Though provided with the authority to strike down any official act, the Supreme Court of Japan has been widely regarded as reluctant to use that very substantial power. The author describes some institutional and doctrinal factors that might explain the Court's seemingly passivist stance, concluding that the Court has understood its main task to be the preservation of “pluralist democracy,” and that its decisions have been reasonably effective in realizing this goal.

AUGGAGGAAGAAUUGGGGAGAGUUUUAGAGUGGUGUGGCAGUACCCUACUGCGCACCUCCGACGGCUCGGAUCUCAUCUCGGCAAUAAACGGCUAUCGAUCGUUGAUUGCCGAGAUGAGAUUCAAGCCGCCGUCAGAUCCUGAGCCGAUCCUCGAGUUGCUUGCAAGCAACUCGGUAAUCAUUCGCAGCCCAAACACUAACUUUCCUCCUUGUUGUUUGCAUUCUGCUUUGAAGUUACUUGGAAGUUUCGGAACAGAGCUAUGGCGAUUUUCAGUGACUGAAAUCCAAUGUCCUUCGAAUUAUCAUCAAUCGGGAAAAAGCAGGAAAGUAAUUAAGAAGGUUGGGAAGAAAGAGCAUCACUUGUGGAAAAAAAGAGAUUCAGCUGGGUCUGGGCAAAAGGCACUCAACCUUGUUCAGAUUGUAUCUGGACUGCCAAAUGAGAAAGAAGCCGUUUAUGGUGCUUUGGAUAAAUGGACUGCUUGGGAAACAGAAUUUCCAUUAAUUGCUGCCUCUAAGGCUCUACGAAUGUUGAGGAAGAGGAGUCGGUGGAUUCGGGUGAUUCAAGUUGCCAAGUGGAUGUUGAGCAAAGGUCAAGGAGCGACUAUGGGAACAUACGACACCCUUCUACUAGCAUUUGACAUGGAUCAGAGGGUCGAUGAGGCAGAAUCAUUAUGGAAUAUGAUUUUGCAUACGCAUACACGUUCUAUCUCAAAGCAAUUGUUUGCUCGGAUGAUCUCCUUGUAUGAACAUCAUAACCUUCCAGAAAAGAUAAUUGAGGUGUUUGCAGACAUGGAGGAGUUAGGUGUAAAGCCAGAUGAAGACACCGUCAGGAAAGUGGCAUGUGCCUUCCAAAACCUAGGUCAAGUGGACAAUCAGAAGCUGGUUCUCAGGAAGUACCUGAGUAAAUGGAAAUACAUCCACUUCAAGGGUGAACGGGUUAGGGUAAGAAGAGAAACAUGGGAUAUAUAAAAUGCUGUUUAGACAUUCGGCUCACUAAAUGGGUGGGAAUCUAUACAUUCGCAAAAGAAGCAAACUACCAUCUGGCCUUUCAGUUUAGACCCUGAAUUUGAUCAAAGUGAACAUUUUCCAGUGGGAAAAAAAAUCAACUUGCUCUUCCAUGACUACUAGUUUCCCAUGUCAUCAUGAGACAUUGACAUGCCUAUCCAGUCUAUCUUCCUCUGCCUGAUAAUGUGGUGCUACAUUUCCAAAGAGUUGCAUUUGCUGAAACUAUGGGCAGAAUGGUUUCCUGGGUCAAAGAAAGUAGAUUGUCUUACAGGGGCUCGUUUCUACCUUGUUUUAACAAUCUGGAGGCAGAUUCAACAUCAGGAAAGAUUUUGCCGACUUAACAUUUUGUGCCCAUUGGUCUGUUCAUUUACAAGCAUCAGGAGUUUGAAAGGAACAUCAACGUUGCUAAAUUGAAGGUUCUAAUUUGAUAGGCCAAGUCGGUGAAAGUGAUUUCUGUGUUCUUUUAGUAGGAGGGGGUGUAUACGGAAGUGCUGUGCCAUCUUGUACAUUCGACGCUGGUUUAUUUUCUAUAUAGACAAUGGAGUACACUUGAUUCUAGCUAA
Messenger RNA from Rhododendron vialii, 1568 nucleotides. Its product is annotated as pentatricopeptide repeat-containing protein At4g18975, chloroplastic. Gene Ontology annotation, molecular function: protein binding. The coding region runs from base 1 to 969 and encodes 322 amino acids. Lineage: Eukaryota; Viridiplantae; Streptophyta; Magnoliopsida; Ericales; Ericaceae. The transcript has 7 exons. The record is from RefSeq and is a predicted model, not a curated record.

Journal Article. 5229 words.
Subjects: Constitutional and Administrative Law ; UK Politics
Full text: subscription required